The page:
Not a single student chose Google Classroom as their least favorite!
One final reason Google Classroom is better than traditional LMSs is its ability to grow and evolve. When released in August 2014, some complained that Google Classroom lacked integration with Google Calendar and the ability to co-teach classes. Since then, it has added both capabilities and so much more in less than 15 months:
- Saving drafts
- Questions (great for class discussions)
- Google Form integration (no more cutting and pasting!)
- Moving posts to the top of the stream
- The ability to upload an image for the class
- The Google Classroom mobile app
- Reusing posts
- The gorgeous redesign of the assignment view for teachers
- The ability to archive classes
Google Classroom will continue to grow and respond to teacher and student needs. These improvements are faster and more plentiful than growth in traditional LMSs.
Care to discuss Google Classroom and other LMSs further? Comment below or tweet me at @edtechtom. Thanks for reading.
YouTube, the second largest search engine, is a transcendent resource for educators. TEDEd is a great tool for engaging and assessing students after they watch YouTube videos. There is another great resource for ensuring students are getting it as they watch. This tool gives teachers the ability to add explanations during videos while individual students watch at their own pace. This free tool, EDpuzzle, is a great way to enrich video instruction.
To get started, go to EDpuzzle. Create a free teacher account:
Use your school account to sign up. Edpuzzle has a “sign in with Google” feature that is great for GAFE schools. Students also have to set up accounts to log-in. This means teachers can easily keep track of assessment data.
Create classes and enroll students by sharing a unique class code, just like Google Classroom:
This brings the teacher to “My Content” where lessons are stored:
To make a lesson with a YouTube video:
An editor opens that looks like this:
Teachers can add short-answer and multiple choice questions. To add a multiple choice question:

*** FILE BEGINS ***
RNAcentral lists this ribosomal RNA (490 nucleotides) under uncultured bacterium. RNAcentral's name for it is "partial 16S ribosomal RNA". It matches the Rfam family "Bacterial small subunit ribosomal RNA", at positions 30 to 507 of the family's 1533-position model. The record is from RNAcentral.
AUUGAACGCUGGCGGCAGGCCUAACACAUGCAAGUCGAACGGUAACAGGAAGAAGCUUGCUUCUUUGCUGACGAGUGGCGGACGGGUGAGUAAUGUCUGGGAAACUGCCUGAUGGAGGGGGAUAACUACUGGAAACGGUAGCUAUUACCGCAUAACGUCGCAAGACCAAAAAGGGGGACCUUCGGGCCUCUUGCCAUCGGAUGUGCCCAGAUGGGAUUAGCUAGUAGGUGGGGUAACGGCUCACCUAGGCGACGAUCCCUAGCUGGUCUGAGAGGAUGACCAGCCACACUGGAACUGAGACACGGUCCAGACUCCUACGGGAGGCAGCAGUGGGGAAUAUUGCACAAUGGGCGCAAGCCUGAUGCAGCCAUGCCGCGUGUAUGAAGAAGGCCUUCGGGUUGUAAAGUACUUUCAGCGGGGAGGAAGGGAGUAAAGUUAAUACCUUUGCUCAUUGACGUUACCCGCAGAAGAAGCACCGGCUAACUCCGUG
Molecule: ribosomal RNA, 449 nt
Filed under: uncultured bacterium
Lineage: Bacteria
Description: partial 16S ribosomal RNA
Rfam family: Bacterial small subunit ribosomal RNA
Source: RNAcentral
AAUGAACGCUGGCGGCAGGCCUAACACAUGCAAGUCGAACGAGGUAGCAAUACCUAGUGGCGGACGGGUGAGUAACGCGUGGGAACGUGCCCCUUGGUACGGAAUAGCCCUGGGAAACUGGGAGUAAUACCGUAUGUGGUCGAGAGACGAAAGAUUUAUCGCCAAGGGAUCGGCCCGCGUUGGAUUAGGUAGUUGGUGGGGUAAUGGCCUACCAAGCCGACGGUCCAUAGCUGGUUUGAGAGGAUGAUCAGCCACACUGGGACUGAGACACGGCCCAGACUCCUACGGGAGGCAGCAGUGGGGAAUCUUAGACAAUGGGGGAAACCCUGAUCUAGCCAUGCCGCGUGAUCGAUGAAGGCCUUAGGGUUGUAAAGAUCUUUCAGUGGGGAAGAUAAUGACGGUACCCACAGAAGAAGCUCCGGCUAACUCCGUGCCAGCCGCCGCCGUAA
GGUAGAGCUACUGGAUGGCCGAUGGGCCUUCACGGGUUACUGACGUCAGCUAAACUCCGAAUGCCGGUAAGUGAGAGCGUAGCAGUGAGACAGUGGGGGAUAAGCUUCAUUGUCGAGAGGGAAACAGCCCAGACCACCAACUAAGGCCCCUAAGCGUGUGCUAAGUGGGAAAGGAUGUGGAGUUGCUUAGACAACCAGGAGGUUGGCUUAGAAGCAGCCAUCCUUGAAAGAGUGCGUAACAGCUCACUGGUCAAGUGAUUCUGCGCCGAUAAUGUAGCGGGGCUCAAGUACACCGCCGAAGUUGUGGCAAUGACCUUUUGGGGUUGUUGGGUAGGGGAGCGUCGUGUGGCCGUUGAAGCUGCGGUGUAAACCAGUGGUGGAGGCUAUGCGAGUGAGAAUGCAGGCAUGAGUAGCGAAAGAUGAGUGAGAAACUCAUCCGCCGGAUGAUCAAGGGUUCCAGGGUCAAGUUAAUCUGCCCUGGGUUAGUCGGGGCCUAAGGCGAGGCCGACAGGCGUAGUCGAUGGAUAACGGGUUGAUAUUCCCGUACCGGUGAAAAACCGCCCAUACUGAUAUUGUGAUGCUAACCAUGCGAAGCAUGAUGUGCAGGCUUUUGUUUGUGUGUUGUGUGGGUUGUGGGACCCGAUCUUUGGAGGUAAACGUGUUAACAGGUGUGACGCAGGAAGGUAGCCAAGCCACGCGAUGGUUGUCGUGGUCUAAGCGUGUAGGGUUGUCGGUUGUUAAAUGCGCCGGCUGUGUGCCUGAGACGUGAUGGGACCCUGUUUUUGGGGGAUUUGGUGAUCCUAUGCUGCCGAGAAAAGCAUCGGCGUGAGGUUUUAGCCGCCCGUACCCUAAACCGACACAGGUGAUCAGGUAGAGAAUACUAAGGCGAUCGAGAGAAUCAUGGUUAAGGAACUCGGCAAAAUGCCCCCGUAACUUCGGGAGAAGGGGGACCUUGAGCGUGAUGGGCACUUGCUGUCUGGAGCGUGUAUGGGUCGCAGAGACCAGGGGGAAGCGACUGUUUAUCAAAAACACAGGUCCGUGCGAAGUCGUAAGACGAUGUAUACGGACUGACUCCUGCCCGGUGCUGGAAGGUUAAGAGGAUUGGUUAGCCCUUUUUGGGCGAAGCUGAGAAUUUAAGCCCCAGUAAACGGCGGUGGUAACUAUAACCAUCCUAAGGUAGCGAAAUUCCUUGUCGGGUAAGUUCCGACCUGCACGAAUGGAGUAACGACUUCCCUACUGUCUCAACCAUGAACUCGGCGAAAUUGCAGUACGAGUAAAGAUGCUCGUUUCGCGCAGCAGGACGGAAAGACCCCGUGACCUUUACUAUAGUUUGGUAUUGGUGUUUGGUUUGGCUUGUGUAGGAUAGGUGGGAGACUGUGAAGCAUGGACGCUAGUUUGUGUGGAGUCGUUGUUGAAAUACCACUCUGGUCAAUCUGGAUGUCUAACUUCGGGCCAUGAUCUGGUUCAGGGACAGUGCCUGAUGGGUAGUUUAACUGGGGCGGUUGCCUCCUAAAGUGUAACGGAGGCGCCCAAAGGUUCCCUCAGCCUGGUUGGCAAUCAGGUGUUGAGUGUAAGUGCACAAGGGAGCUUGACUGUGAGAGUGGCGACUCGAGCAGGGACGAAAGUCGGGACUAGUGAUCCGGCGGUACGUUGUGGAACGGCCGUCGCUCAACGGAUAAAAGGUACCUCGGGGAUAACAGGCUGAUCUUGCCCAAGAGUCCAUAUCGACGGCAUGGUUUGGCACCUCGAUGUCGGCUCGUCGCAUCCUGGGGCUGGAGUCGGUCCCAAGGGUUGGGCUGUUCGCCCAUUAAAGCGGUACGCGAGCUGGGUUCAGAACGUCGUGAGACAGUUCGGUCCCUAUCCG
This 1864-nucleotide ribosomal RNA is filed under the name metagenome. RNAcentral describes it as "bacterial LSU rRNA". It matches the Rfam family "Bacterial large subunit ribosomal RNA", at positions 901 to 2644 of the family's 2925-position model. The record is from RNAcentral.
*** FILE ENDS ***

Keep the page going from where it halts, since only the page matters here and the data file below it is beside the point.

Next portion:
Another good option for teachers is audio notes:
EdPuzzle gives teachers the option to delete and re-record audio notes to get them just right. Teachers can also add a separate audio track:
One Extra Benefit of EdPuzzle
EdPuzzle just added a “Share to Google Classroom” button:
YouTube is a great resource for teachers. However, it has nothing to ensure students are learning and engaged while watching. EdPuzzle changes that. Use it to make YouTube a powerful tool for your students. This is the EdPuzzle lesson I made in this post. If you have any questions about it, please comment below or tweet me at @edtechtom. The video is The Forgotten War Hero – Milunka Savic by The Great War. It is well worth watching:
Check out my latest post on the Imagine Easy blog where I write about using educational technology to improve multiple choice testing for students. Please enjoy 4 EdTech Tips and Tools to Revamp Multiple Choice Assessments. If you want to discuss these tools, please comment below or tweet me at @edtechtom.
Do you want to e-mail all parents for your class without entering twenty-five e-mail addresses into Gmail? Would you like parent e-mail addresses to populate in Gmail so you don’t have to remember them?
Thanks to a great idea Damien Akelman showed me at Mooresville Summer Connection, you can have parents answer a quick form and accomplish both these goals. Damien’s idea was to have parents input their information themselves into a Google Form.
Your form should have four simple questions. Word the questions exactly as you see here:
This is what parents will see:
When you have collected your responses, go back to editing your form:
This creates a Google Sheet with your responses. In that Google Sheet:
You now need to open the CSV and briefly edit it. This means uploading it back to Google Drive if you are using a Chromebook. It’s a small inconvenience. If you are using a computer with Excel, simply use that to edit the CSV. This is the only edit you have to make:
Save your file. If working on it in Google Sheets, you will need to download it as a CSV again. The key is that you have to wind up with a CSV file on your hard drive. The file should look like this when you open it:
Now go to Gmail.
This will open a new window with your Google Contacts.
You will receive the prompt below. Choose the CSV file you downloaded.
You will see the contacts you just imported on the side of the screen. They will be named “Imported Today’s Date (#of contacts).”
This is what you see after you click on the group:
This is what you see when you click on a single contact:
Now you can e-mail a parent by simply typing their name in the Gmail “to” field:
You can also e-mail the whole contact list by typing the name you gave it in the Gmail “to” field:
Thanks for reading. I hope this tutorial was helpful for you. Please let me know if you have any questions by commenting below or tweeting at me at @edtechtom.
I am honored to once again be published on ImagineEasy’s blog. This time I write about how educational technology improves writing and research. Please enjoy GAFE-friendly Tools to Teach Evidence-based Writing. If you want to discuss these tools, please comment below or tweet me at @edtechtom.